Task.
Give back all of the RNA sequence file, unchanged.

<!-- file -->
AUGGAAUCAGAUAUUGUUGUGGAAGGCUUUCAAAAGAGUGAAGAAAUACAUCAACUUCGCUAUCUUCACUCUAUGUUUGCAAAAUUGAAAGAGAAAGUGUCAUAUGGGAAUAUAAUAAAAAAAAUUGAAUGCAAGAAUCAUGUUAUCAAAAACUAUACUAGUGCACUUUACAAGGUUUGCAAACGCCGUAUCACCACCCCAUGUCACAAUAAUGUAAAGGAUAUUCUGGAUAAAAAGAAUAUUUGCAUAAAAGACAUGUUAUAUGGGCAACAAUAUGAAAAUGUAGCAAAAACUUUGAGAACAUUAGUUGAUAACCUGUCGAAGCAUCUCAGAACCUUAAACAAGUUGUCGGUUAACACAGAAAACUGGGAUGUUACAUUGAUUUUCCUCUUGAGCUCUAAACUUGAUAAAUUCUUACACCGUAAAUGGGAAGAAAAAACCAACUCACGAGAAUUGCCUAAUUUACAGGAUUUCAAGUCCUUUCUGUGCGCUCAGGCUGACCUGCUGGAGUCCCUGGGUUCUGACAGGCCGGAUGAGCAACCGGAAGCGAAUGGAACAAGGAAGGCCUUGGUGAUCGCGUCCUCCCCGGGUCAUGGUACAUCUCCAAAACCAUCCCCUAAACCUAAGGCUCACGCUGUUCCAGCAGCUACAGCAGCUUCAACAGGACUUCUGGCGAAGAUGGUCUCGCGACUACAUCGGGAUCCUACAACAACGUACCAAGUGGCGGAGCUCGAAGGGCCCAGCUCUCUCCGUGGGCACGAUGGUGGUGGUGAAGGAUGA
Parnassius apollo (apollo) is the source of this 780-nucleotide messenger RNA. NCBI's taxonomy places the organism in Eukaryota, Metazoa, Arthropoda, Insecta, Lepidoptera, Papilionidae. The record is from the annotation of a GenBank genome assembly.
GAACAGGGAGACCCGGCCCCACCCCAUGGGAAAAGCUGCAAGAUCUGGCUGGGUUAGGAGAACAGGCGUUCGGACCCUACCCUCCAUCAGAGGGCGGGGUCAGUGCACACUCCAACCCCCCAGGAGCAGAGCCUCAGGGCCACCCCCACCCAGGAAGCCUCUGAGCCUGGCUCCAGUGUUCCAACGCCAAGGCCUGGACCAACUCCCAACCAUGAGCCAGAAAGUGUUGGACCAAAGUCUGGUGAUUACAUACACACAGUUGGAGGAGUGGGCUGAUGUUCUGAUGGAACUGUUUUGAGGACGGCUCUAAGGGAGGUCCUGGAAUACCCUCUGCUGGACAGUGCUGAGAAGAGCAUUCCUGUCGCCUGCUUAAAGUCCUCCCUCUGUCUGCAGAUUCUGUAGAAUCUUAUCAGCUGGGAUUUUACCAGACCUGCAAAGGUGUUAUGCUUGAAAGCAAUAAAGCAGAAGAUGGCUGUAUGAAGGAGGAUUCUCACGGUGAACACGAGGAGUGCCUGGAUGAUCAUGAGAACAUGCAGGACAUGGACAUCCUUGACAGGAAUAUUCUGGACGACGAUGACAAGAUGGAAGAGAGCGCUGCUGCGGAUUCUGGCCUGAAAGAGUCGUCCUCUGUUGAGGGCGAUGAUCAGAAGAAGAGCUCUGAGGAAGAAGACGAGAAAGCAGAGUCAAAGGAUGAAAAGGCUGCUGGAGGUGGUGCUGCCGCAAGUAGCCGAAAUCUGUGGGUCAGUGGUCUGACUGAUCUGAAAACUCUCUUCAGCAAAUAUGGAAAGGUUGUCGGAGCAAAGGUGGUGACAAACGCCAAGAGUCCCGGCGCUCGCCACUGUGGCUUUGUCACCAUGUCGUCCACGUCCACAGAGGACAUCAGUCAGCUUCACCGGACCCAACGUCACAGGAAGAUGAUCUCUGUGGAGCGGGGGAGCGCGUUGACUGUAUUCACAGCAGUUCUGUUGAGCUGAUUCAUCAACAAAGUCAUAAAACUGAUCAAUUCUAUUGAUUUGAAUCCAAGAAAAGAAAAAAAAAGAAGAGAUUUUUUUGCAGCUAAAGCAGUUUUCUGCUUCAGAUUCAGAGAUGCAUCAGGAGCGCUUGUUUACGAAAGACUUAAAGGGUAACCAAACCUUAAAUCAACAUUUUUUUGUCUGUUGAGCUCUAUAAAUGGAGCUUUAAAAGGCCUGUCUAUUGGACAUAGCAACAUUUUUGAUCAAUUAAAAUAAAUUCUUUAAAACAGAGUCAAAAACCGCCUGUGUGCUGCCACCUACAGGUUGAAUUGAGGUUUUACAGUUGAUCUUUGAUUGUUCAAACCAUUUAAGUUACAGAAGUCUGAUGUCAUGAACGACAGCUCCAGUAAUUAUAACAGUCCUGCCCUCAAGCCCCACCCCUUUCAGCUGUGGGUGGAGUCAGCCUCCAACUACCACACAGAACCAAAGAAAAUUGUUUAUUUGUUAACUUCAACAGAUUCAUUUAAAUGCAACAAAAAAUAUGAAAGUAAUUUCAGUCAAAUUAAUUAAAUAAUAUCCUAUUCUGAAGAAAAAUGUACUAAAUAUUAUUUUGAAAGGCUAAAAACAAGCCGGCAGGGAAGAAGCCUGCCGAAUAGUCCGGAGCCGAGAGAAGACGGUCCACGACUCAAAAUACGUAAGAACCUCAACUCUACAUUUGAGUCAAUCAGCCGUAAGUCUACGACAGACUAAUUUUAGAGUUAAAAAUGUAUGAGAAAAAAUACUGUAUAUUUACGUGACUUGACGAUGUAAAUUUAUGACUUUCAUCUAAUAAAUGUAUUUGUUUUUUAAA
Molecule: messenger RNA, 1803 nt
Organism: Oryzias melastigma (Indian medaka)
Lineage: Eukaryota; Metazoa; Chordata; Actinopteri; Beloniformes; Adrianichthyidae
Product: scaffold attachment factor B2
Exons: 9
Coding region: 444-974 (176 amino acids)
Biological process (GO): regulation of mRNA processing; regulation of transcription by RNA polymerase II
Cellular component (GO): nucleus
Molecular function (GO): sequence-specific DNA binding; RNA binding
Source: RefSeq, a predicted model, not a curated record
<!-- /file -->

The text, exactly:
AUGGAAUCAGAUAUUGUUGUGGAAGGCUUUCAAAAGAGUGAAGAAAUACAUCAACUUCGCUAUCUUCACUCUAUGUUUGCAAAAUUGAAAGAGAAAGUGUCAUAUGGGAAUAUAAUAAAAAAAAUUGAAUGCAAGAAUCAUGUUAUCAAAAACUAUACUAGUGCACUUUACAAGGUUUGCAAACGCCGUAUCACCACCCCAUGUCACAAUAAUGUAAAGGAUAUUCUGGAUAAAAAGAAUAUUUGCAUAAAAGACAUGUUAUAUGGGCAACAAUAUGAAAAUGUAGCAAAAACUUUGAGAACAUUAGUUGAUAACCUGUCGAAGCAUCUCAGAACCUUAAACAAGUUGUCGGUUAACACAGAAAACUGGGAUGUUACAUUGAUUUUCCUCUUGAGCUCUAAACUUGAUAAAUUCUUACACCGUAAAUGGGAAGAAAAAACCAACUCACGAGAAUUGCCUAAUUUACAGGAUUUCAAGUCCUUUCUGUGCGCUCAGGCUGACCUGCUGGAGUCCCUGGGUUCUGACAGGCCGGAUGAGCAACCGGAAGCGAAUGGAACAAGGAAGGCCUUGGUGAUCGCGUCCUCCCCGGGUCAUGGUACAUCUCCAAAACCAUCCCCUAAACCUAAGGCUCACGCUGUUCCAGCAGCUACAGCAGCUUCAACAGGACUUCUGGCGAAGAUGGUCUCGCGACUACAUCGGGAUCCUACAACAACGUACCAAGUGGCGGAGCUCGAAGGGCCCAGCUCUCUCCGUGGGCACGAUGGUGGUGGUGAAGGAUGA
Parnassius apollo (apollo) is the source of this 780-nucleotide messenger RNA. NCBI's taxonomy places the organism in Eukaryota, Metazoa, Arthropoda, Insecta, Lepidoptera, Papilionidae. The record is from the annotation of a GenBank genome assembly.
GAACAGGGAGACCCGGCCCCACCCCAUGGGAAAAGCUGCAAGAUCUGGCUGGGUUAGGAGAACAGGCGUUCGGACCCUACCCUCCAUCAGAGGGCGGGGUCAGUGCACACUCCAACCCCCCAGGAGCAGAGCCUCAGGGCCACCCCCACCCAGGAAGCCUCUGAGCCUGGCUCCAGUGUUCCAACGCCAAGGCCUGGACCAACUCCCAACCAUGAGCCAGAAAGUGUUGGACCAAAGUCUGGUGAUUACAUACACACAGUUGGAGGAGUGGGCUGAUGUUCUGAUGGAACUGUUUUGAGGACGGCUCUAAGGGAGGUCCUGGAAUACCCUCUGCUGGACAGUGCUGAGAAGAGCAUUCCUGUCGCCUGCUUAAAGUCCUCCCUCUGUCUGCAGAUUCUGUAGAAUCUUAUCAGCUGGGAUUUUACCAGACCUGCAAAGGUGUUAUGCUUGAAAGCAAUAAAGCAGAAGAUGGCUGUAUGAAGGAGGAUUCUCACGGUGAACACGAGGAGUGCCUGGAUGAUCAUGAGAACAUGCAGGACAUGGACAUCCUUGACAGGAAUAUUCUGGACGACGAUGACAAGAUGGAAGAGAGCGCUGCUGCGGAUUCUGGCCUGAAAGAGUCGUCCUCUGUUGAGGGCGAUGAUCAGAAGAAGAGCUCUGAGGAAGAAGACGAGAAAGCAGAGUCAAAGGAUGAAAAGGCUGCUGGAGGUGGUGCUGCCGCAAGUAGCCGAAAUCUGUGGGUCAGUGGUCUGACUGAUCUGAAAACUCUCUUCAGCAAAUAUGGAAAGGUUGUCGGAGCAAAGGUGGUGACAAACGCCAAGAGUCCCGGCGCUCGCCACUGUGGCUUUGUCACCAUGUCGUCCACGUCCACAGAGGACAUCAGUCAGCUUCACCGGACCCAACGUCACAGGAAGAUGAUCUCUGUGGAGCGGGGGAGCGCGUUGACUGUAUUCACAGCAGUUCUGUUGAGCUGAUUCAUCAACAAAGUCAUAAAACUGAUCAAUUCUAUUGAUUUGAAUCCAAGAAAAGAAAAAAAAAGAAGAGAUUUUUUUGCAGCUAAAGCAGUUUUCUGCUUCAGAUUCAGAGAUGCAUCAGGAGCGCUUGUUUACGAAAGACUUAAAGGGUAACCAAACCUUAAAUCAACAUUUUUUUGUCUGUUGAGCUCUAUAAAUGGAGCUUUAAAAGGCCUGUCUAUUGGACAUAGCAACAUUUUUGAUCAAUUAAAAUAAAUUCUUUAAAACAGAGUCAAAAACCGCCUGUGUGCUGCCACCUACAGGUUGAAUUGAGGUUUUACAGUUGAUCUUUGAUUGUUCAAACCAUUUAAGUUACAGAAGUCUGAUGUCAUGAACGACAGCUCCAGUAAUUAUAACAGUCCUGCCCUCAAGCCCCACCCCUUUCAGCUGUGGGUGGAGUCAGCCUCCAACUACCACACAGAACCAAAGAAAAUUGUUUAUUUGUUAACUUCAACAGAUUCAUUUAAAUGCAACAAAAAAUAUGAAAGUAAUUUCAGUCAAAUUAAUUAAAUAAUAUCCUAUUCUGAAGAAAAAUGUACUAAAUAUUAUUUUGAAAGGCUAAAAACAAGCCGGCAGGGAAGAAGCCUGCCGAAUAGUCCGGAGCCGAGAGAAGACGGUCCACGACUCAAAAUACGUAAGAACCUCAACUCUACAUUUGAGUCAAUCAGCCGUAAGUCUACGACAGACUAAUUUUAGAGUUAAAAAUGUAUGAGAAAAAAUACUGUAUAUUUACGUGACUUGACGAUGUAAAUUUAUGACUUUCAUCUAAUAAAUGUAUUUGUUUUUUAAA
Molecule: messenger RNA, 1803 nt
Organism: Oryzias melastigma (Indian medaka)
Lineage: Eukaryota; Metazoa; Chordata; Actinopteri; Beloniformes; Adrianichthyidae
Product: scaffold attachment factor B2
Exons: 9
Coding region: 444-974 (176 amino acids)
Biological process (GO): regulation of mRNA processing; regulation of transcription by RNA polymerase II
Cellular component (GO): nucleus
Molecular function (GO): sequence-specific DNA binding; RNA binding
Source: RefSeq, a predicted model, not a curated record